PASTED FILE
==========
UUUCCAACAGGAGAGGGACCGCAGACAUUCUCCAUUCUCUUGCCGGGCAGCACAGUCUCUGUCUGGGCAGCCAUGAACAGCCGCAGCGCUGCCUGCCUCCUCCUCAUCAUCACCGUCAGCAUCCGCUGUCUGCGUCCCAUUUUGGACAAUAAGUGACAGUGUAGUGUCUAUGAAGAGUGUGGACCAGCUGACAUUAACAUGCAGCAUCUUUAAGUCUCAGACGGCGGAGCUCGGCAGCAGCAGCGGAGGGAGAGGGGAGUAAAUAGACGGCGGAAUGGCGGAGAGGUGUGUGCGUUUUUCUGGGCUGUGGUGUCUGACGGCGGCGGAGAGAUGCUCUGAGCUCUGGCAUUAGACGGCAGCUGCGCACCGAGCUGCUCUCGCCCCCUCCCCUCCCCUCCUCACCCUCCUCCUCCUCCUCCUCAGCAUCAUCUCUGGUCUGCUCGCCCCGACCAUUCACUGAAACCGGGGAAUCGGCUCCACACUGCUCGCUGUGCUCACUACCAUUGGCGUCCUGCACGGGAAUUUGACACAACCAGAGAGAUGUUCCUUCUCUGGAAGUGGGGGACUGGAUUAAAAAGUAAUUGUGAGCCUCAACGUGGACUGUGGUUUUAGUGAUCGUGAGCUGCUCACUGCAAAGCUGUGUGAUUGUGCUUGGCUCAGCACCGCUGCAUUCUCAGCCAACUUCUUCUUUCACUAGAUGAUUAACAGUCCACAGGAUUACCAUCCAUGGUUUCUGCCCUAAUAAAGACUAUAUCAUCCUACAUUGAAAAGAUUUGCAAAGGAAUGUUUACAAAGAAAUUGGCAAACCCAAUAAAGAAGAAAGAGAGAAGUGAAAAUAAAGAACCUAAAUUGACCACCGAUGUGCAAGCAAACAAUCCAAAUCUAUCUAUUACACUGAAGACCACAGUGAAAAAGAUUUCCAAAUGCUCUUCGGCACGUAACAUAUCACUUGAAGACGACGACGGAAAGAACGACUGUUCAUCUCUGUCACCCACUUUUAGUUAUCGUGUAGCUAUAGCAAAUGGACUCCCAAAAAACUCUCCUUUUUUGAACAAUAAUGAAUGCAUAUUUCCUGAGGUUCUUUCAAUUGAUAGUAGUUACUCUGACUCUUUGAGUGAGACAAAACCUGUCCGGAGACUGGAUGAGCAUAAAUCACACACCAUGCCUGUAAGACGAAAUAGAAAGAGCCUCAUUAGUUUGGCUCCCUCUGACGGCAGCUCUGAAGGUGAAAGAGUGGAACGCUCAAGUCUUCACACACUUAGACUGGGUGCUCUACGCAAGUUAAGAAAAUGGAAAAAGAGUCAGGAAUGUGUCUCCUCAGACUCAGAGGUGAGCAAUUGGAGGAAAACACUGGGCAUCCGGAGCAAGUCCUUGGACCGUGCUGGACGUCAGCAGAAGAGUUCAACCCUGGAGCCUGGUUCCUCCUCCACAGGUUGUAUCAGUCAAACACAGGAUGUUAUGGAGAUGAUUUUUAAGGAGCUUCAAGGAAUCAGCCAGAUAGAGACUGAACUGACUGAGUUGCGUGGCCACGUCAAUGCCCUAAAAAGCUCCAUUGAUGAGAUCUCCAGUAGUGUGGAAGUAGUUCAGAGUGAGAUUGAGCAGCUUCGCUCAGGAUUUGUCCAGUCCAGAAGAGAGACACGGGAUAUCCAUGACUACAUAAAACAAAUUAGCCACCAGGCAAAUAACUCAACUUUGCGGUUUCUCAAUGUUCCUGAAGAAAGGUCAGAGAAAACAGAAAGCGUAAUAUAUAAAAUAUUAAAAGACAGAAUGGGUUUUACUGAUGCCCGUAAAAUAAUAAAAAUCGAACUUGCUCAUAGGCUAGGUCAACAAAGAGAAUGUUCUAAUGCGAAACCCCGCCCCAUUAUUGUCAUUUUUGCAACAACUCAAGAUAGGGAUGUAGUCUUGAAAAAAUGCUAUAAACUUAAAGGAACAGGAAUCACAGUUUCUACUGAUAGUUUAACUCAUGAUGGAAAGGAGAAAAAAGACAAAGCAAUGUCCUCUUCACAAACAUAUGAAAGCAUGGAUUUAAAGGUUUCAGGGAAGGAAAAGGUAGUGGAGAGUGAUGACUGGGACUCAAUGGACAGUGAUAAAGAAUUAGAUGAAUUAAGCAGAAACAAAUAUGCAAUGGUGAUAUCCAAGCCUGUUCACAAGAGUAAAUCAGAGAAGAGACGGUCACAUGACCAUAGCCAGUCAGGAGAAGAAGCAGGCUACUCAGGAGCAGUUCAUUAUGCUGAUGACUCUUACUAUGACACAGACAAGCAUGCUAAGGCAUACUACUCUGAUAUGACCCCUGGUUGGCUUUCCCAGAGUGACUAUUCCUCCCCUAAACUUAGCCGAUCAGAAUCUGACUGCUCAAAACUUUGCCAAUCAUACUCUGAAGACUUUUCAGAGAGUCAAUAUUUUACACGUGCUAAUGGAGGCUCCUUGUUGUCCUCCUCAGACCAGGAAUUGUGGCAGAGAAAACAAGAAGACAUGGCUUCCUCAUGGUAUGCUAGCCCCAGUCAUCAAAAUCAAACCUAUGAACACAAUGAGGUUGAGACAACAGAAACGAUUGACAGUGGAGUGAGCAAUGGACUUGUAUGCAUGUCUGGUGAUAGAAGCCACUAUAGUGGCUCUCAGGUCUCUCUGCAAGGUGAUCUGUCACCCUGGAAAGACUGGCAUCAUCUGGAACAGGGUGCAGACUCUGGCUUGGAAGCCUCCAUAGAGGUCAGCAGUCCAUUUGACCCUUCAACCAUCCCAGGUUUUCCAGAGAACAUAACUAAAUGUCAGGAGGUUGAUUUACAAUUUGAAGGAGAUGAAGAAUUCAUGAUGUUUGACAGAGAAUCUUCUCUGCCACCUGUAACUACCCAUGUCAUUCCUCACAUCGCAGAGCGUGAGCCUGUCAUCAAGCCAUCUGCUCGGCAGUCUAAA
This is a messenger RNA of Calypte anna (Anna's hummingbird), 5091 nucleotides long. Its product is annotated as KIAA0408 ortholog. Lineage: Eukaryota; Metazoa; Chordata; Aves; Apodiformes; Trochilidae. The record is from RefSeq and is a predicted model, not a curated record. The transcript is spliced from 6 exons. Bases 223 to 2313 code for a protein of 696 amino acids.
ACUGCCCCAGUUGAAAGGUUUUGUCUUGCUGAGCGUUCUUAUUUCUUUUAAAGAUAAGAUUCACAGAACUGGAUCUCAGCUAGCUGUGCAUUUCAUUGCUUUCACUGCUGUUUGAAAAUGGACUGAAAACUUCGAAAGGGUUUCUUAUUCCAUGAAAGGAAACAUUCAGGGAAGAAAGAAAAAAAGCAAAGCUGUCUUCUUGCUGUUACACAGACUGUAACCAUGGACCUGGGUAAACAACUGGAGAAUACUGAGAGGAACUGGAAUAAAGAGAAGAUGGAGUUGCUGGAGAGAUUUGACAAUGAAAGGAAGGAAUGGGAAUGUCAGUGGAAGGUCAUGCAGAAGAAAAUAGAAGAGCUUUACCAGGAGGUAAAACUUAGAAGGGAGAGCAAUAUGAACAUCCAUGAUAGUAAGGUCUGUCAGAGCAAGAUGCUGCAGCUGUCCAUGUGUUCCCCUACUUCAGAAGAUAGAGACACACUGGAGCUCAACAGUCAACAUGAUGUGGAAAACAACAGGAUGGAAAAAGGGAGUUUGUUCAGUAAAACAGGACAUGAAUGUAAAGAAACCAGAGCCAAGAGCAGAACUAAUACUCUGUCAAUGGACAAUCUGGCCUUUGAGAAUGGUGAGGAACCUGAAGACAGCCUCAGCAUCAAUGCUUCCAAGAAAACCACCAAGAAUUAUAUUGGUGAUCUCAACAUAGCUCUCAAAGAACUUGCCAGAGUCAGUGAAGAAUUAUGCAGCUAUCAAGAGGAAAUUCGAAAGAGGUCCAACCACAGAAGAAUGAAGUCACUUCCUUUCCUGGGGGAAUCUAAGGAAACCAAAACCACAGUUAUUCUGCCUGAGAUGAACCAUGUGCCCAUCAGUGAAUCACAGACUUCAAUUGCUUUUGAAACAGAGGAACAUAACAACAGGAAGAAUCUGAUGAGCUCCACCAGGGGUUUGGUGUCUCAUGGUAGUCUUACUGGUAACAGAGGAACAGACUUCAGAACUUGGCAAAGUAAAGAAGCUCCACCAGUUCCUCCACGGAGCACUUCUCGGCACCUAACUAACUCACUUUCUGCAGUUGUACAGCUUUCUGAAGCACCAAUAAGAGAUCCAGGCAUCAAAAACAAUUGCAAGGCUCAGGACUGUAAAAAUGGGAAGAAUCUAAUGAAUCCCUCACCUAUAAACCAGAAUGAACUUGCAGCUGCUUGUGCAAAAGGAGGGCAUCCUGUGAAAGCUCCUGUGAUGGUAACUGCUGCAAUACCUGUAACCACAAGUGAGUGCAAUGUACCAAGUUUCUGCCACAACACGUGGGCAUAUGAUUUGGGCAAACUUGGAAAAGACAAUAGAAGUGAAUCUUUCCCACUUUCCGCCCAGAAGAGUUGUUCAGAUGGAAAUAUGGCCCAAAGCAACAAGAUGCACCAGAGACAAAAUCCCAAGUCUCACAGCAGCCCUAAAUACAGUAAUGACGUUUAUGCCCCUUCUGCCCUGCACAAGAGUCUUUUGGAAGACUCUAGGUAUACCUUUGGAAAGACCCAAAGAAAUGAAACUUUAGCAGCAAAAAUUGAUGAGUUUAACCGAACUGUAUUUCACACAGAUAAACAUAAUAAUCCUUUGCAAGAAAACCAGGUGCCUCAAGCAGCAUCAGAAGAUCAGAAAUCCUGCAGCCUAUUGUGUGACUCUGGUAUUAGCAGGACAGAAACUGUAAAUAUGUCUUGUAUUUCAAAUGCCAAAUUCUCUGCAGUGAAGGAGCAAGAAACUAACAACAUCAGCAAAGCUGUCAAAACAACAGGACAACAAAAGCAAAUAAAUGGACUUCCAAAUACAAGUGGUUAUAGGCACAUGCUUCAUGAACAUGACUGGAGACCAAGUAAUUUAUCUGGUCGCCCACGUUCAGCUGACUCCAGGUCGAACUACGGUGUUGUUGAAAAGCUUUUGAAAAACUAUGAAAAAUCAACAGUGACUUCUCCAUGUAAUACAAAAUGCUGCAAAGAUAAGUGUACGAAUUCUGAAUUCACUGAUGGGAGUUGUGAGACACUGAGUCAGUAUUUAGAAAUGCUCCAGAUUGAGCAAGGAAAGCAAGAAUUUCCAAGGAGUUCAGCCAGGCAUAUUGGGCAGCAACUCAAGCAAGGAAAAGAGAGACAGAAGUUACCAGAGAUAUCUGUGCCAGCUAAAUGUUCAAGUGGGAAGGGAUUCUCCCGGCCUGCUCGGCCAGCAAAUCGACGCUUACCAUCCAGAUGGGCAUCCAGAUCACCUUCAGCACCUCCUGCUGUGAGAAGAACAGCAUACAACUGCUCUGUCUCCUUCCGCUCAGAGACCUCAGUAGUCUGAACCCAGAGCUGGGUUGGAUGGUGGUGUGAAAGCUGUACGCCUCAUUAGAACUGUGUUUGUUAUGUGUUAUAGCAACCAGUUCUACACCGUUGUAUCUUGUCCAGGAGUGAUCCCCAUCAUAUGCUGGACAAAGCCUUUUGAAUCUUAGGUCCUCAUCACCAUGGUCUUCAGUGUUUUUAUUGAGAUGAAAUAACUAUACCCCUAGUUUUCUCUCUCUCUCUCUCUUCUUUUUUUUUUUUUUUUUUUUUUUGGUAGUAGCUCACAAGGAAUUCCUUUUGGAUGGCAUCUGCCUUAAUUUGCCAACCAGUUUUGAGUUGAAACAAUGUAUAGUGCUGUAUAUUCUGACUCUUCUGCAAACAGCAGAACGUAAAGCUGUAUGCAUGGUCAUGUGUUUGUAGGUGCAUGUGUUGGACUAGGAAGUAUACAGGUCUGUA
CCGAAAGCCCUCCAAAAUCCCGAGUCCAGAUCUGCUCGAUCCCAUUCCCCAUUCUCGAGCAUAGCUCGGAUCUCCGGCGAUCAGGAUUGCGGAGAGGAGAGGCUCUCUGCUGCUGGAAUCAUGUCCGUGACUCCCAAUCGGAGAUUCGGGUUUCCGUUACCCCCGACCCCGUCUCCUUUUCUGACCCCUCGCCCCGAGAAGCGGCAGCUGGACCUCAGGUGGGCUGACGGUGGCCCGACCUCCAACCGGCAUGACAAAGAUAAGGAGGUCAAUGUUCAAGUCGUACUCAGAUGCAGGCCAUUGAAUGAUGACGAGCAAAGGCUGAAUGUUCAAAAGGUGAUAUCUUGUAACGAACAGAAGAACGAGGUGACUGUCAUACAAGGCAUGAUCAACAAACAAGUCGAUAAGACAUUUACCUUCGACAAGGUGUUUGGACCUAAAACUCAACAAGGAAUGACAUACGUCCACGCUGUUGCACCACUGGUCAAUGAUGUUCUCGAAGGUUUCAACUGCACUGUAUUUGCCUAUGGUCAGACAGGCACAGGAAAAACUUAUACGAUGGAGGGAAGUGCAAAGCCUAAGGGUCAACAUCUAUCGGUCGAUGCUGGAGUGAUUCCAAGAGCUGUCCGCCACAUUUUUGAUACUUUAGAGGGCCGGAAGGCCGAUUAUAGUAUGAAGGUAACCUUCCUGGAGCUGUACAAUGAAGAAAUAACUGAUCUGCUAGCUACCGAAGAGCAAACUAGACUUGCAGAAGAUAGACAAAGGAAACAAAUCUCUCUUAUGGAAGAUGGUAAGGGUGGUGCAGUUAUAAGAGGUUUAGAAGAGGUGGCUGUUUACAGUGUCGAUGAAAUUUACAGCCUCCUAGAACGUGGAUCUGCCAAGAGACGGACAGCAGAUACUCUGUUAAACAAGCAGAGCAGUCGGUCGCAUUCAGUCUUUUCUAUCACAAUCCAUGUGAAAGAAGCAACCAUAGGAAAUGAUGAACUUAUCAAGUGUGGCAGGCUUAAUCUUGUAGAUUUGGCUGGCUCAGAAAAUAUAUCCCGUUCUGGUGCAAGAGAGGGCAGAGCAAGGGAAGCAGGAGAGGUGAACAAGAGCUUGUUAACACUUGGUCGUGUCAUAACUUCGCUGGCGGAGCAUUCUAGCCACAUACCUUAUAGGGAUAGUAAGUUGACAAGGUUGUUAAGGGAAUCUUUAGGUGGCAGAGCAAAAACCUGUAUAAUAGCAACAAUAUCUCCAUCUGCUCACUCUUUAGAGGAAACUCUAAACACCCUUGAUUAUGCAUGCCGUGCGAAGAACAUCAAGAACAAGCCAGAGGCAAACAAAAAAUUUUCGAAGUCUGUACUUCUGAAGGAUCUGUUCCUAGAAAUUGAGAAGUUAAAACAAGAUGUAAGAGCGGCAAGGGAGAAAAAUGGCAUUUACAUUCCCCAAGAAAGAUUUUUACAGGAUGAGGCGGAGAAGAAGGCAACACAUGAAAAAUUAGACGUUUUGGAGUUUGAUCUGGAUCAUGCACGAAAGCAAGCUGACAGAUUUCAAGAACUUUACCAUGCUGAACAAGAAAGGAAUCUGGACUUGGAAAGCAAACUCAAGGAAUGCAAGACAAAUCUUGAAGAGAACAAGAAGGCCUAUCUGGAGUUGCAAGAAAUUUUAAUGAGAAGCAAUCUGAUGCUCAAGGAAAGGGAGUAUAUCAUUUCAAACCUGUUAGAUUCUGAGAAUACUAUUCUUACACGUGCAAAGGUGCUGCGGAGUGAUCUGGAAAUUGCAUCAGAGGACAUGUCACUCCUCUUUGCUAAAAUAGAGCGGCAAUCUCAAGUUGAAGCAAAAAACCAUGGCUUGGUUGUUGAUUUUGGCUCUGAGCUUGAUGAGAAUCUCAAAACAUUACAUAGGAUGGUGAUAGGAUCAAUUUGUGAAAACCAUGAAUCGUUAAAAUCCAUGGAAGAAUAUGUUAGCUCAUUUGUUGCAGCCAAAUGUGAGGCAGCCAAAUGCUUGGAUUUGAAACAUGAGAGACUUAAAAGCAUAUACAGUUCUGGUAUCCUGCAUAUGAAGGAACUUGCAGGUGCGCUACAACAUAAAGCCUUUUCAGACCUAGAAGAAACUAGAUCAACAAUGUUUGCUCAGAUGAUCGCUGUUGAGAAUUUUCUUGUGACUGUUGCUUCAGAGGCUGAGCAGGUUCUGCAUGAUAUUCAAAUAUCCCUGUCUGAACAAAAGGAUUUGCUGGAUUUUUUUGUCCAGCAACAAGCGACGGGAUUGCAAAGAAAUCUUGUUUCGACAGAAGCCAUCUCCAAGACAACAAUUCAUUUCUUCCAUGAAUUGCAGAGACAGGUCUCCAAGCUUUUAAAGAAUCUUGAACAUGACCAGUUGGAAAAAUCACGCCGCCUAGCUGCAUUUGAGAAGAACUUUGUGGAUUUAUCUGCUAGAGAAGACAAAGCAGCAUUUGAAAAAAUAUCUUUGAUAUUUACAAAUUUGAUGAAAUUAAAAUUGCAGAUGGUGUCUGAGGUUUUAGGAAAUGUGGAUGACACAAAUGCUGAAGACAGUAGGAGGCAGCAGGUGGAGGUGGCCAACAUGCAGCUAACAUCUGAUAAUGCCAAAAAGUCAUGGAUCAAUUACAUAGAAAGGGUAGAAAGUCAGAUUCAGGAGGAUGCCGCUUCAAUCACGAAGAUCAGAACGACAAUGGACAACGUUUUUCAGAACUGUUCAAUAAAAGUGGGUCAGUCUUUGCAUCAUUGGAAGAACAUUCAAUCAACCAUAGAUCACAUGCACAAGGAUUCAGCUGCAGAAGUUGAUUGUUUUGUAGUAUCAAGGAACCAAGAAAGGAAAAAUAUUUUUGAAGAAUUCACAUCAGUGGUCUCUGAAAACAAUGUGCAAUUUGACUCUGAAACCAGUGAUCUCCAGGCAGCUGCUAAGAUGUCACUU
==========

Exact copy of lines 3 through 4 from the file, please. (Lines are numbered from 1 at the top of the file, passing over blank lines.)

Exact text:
ACUGCCCCAGUUGAAAGGUUUUGUCUUGCUGAGCGUUCUUAUUUCUUUUAAAGAUAAGAUUCACAGAACUGGAUCUCAGCUAGCUGUGCAUUUCAUUGCUUUCACUGCUGUUUGAAAAUGGACUGAAAACUUCGAAAGGGUUUCUUAUUCCAUGAAAGGAAACAUUCAGGGAAGAAAGAAAAAAAGCAAAGCUGUCUUCUUGCUGUUACACAGACUGUAACCAUGGACCUGGGUAAACAACUGGAGAAUACUGAGAGGAACUGGAAUAAAGAGAAGAUGGAGUUGCUGGAGAGAUUUGACAAUGAAAGGAAGGAAUGGGAAUGUCAGUGGAAGGUCAUGCAGAAGAAAAUAGAAGAGCUUUACCAGGAGGUAAAACUUAGAAGGGAGAGCAAUAUGAACAUCCAUGAUAGUAAGGUCUGUCAGAGCAAGAUGCUGCAGCUGUCCAUGUGUUCCCCUACUUCAGAAGAUAGAGACACACUGGAGCUCAACAGUCAACAUGAUGUGGAAAACAACAGGAUGGAAAAAGGGAGUUUGUUCAGUAAAACAGGACAUGAAUGUAAAGAAACCAGAGCCAAGAGCAGAACUAAUACUCUGUCAAUGGACAAUCUGGCCUUUGAGAAUGGUGAGGAACCUGAAGACAGCCUCAGCAUCAAUGCUUCCAAGAAAACCACCAAGAAUUAUAUUGGUGAUCUCAACAUAGCUCUCAAAGAACUUGCCAGAGUCAGUGAAGAAUUAUGCAGCUAUCAAGAGGAAAUUCGAAAGAGGUCCAACCACAGAAGAAUGAAGUCACUUCCUUUCCUGGGGGAAUCUAAGGAAACCAAAACCACAGUUAUUCUGCCUGAGAUGAACCAUGUGCCCAUCAGUGAAUCACAGACUUCAAUUGCUUUUGAAACAGAGGAACAUAACAACAGGAAGAAUCUGAUGAGCUCCACCAGGGGUUUGGUGUCUCAUGGUAGUCUUACUGGUAACAGAGGAACAGACUUCAGAACUUGGCAAAGUAAAGAAGCUCCACCAGUUCCUCCACGGAGCACUUCUCGGCACCUAACUAACUCACUUUCUGCAGUUGUACAGCUUUCUGAAGCACCAAUAAGAGAUCCAGGCAUCAAAAACAAUUGCAAGGCUCAGGACUGUAAAAAUGGGAAGAAUCUAAUGAAUCCCUCACCUAUAAACCAGAAUGAACUUGCAGCUGCUUGUGCAAAAGGAGGGCAUCCUGUGAAAGCUCCUGUGAUGGUAACUGCUGCAAUACCUGUAACCACAAGUGAGUGCAAUGUACCAAGUUUCUGCCACAACACGUGGGCAUAUGAUUUGGGCAAACUUGGAAAAGACAAUAGAAGUGAAUCUUUCCCACUUUCCGCCCAGAAGAGUUGUUCAGAUGGAAAUAUGGCCCAAAGCAACAAGAUGCACCAGAGACAAAAUCCCAAGUCUCACAGCAGCCCUAAAUACAGUAAUGACGUUUAUGCCCCUUCUGCCCUGCACAAGAGUCUUUUGGAAGACUCUAGGUAUACCUUUGGAAAGACCCAAAGAAAUGAAACUUUAGCAGCAAAAAUUGAUGAGUUUAACCGAACUGUAUUUCACACAGAUAAACAUAAUAAUCCUUUGCAAGAAAACCAGGUGCCUCAAGCAGCAUCAGAAGAUCAGAAAUCCUGCAGCCUAUUGUGUGACUCUGGUAUUAGCAGGACAGAAACUGUAAAUAUGUCUUGUAUUUCAAAUGCCAAAUUCUCUGCAGUGAAGGAGCAAGAAACUAACAACAUCAGCAAAGCUGUCAAAACAACAGGACAACAAAAGCAAAUAAAUGGACUUCCAAAUACAAGUGGUUAUAGGCACAUGCUUCAUGAACAUGACUGGAGACCAAGUAAUUUAUCUGGUCGCCCACGUUCAGCUGACUCCAGGUCGAACUACGGUGUUGUUGAAAAGCUUUUGAAAAACUAUGAAAAAUCAACAGUGACUUCUCCAUGUAAUACAAAAUGCUGCAAAGAUAAGUGUACGAAUUCUGAAUUCACUGAUGGGAGUUGUGAGACACUGAGUCAGUAUUUAGAAAUGCUCCAGAUUGAGCAAGGAAAGCAAGAAUUUCCAAGGAGUUCAGCCAGGCAUAUUGGGCAGCAACUCAAGCAAGGAAAAGAGAGACAGAAGUUACCAGAGAUAUCUGUGCCAGCUAAAUGUUCAAGUGGGAAGGGAUUCUCCCGGCCUGCUCGGCCAGCAAAUCGACGCUUACCAUCCAGAUGGGCAUCCAGAUCACCUUCAGCACCUCCUGCUGUGAGAAGAACAGCAUACAACUGCUCUGUCUCCUUCCGCUCAGAGACCUCAGUAGUCUGAACCCAGAGCUGGGUUGGAUGGUGGUGUGAAAGCUGUACGCCUCAUUAGAACUGUGUUUGUUAUGUGUUAUAGCAACCAGUUCUACACCGUUGUAUCUUGUCCAGGAGUGAUCCCCAUCAUAUGCUGGACAAAGCCUUUUGAAUCUUAGGUCCUCAUCACCAUGGUCUUCAGUGUUUUUAUUGAGAUGAAAUAACUAUACCCCUAGUUUUCUCUCUCUCUCUCUCUUCUUUUUUUUUUUUUUUUUUUUUUUGGUAGUAGCUCACAAGGAAUUCCUUUUGGAUGGCAUCUGCCUUAAUUUGCCAACCAGUUUUGAGUUGAAACAAUGUAUAGUGCUGUAUAUUCUGACUCUUCUGCAAACAGCAGAACGUAAAGCUGUAUGCAUGGUCAUGUGUUUGUAGGUGCAUGUGUUGGACUAGGAAGUAUACAGGUCUGUA
CCGAAAGCCCUCCAAAAUCCCGAGUCCAGAUCUGCUCGAUCCCAUUCCCCAUUCUCGAGCAUAGCUCGGAUCUCCGGCGAUCAGGAUUGCGGAGAGGAGAGGCUCUCUGCUGCUGGAAUCAUGUCCGUGACUCCCAAUCGGAGAUUCGGGUUUCCGUUACCCCCGACCCCGUCUCCUUUUCUGACCCCUCGCCCCGAGAAGCGGCAGCUGGACCUCAGGUGGGCUGACGGUGGCCCGACCUCCAACCGGCAUGACAAAGAUAAGGAGGUCAAUGUUCAAGUCGUACUCAGAUGCAGGCCAUUGAAUGAUGACGAGCAAAGGCUGAAUGUUCAAAAGGUGAUAUCUUGUAACGAACAGAAGAACGAGGUGACUGUCAUACAAGGCAUGAUCAACAAACAAGUCGAUAAGACAUUUACCUUCGACAAGGUGUUUGGACCUAAAACUCAACAAGGAAUGACAUACGUCCACGCUGUUGCACCACUGGUCAAUGAUGUUCUCGAAGGUUUCAACUGCACUGUAUUUGCCUAUGGUCAGACAGGCACAGGAAAAACUUAUACGAUGGAGGGAAGUGCAAAGCCUAAGGGUCAACAUCUAUCGGUCGAUGCUGGAGUGAUUCCAAGAGCUGUCCGCCACAUUUUUGAUACUUUAGAGGGCCGGAAGGCCGAUUAUAGUAUGAAGGUAACCUUCCUGGAGCUGUACAAUGAAGAAAUAACUGAUCUGCUAGCUACCGAAGAGCAAACUAGACUUGCAGAAGAUAGACAAAGGAAACAAAUCUCUCUUAUGGAAGAUGGUAAGGGUGGUGCAGUUAUAAGAGGUUUAGAAGAGGUGGCUGUUUACAGUGUCGAUGAAAUUUACAGCCUCCUAGAACGUGGAUCUGCCAAGAGACGGACAGCAGAUACUCUGUUAAACAAGCAGAGCAGUCGGUCGCAUUCAGUCUUUUCUAUCACAAUCCAUGUGAAAGAAGCAACCAUAGGAAAUGAUGAACUUAUCAAGUGUGGCAGGCUUAAUCUUGUAGAUUUGGCUGGCUCAGAAAAUAUAUCCCGUUCUGGUGCAAGAGAGGGCAGAGCAAGGGAAGCAGGAGAGGUGAACAAGAGCUUGUUAACACUUGGUCGUGUCAUAACUUCGCUGGCGGAGCAUUCUAGCCACAUACCUUAUAGGGAUAGUAAGUUGACAAGGUUGUUAAGGGAAUCUUUAGGUGGCAGAGCAAAAACCUGUAUAAUAGCAACAAUAUCUCCAUCUGCUCACUCUUUAGAGGAAACUCUAAACACCCUUGAUUAUGCAUGCCGUGCGAAGAACAUCAAGAACAAGCCAGAGGCAAACAAAAAAUUUUCGAAGUCUGUACUUCUGAAGGAUCUGUUCCUAGAAAUUGAGAAGUUAAAACAAGAUGUAAGAGCGGCAAGGGAGAAAAAUGGCAUUUACAUUCCCCAAGAAAGAUUUUUACAGGAUGAGGCGGAGAAGAAGGCAACACAUGAAAAAUUAGACGUUUUGGAGUUUGAUCUGGAUCAUGCACGAAAGCAAGCUGACAGAUUUCAAGAACUUUACCAUGCUGAACAAGAAAGGAAUCUGGACUUGGAAAGCAAACUCAAGGAAUGCAAGACAAAUCUUGAAGAGAACAAGAAGGCCUAUCUGGAGUUGCAAGAAAUUUUAAUGAGAAGCAAUCUGAUGCUCAAGGAAAGGGAGUAUAUCAUUUCAAACCUGUUAGAUUCUGAGAAUACUAUUCUUACACGUGCAAAGGUGCUGCGGAGUGAUCUGGAAAUUGCAUCAGAGGACAUGUCACUCCUCUUUGCUAAAAUAGAGCGGCAAUCUCAAGUUGAAGCAAAAAACCAUGGCUUGGUUGUUGAUUUUGGCUCUGAGCUUGAUGAGAAUCUCAAAACAUUACAUAGGAUGGUGAUAGGAUCAAUUUGUGAAAACCAUGAAUCGUUAAAAUCCAUGGAAGAAUAUGUUAGCUCAUUUGUUGCAGCCAAAUGUGAGGCAGCCAAAUGCUUGGAUUUGAAACAUGAGAGACUUAAAAGCAUAUACAGUUCUGGUAUCCUGCAUAUGAAGGAACUUGCAGGUGCGCUACAACAUAAAGCCUUUUCAGACCUAGAAGAAACUAGAUCAACAAUGUUUGCUCAGAUGAUCGCUGUUGAGAAUUUUCUUGUGACUGUUGCUUCAGAGGCUGAGCAGGUUCUGCAUGAUAUUCAAAUAUCCCUGUCUGAACAAAAGGAUUUGCUGGAUUUUUUUGUCCAGCAACAAGCGACGGGAUUGCAAAGAAAUCUUGUUUCGACAGAAGCCAUCUCCAAGACAACAAUUCAUUUCUUCCAUGAAUUGCAGAGACAGGUCUCCAAGCUUUUAAAGAAUCUUGAACAUGACCAGUUGGAAAAAUCACGCCGCCUAGCUGCAUUUGAGAAGAACUUUGUGGAUUUAUCUGCUAGAGAAGACAAAGCAGCAUUUGAAAAAAUAUCUUUGAUAUUUACAAAUUUGAUGAAAUUAAAAUUGCAGAUGGUGUCUGAGGUUUUAGGAAAUGUGGAUGACACAAAUGCUGAAGACAGUAGGAGGCAGCAGGUGGAGGUGGCCAACAUGCAGCUAACAUCUGAUAAUGCCAAAAAGUCAUGGAUCAAUUACAUAGAAAGGGUAGAAAGUCAGAUUCAGGAGGAUGCCGCUUCAAUCACGAAGAUCAGAACGACAAUGGACAACGUUUUUCAGAACUGUUCAAUAAAAGUGGGUCAGUCUUUGCAUCAUUGGAAGAACAUUCAAUCAACCAUAGAUCACAUGCACAAGGAUUCAGCUGCAGAAGUUGAUUGUUUUGUAGUAUCAAGGAACCAAGAAAGGAAAAAUAUUUUUGAAGAAUUCACAUCAGUGGUCUCUGAAAACAAUGUGCAAUUUGACUCUGAAACCAGUGAUCUCCAGGCAGCUGCUAAGAUGUCACUU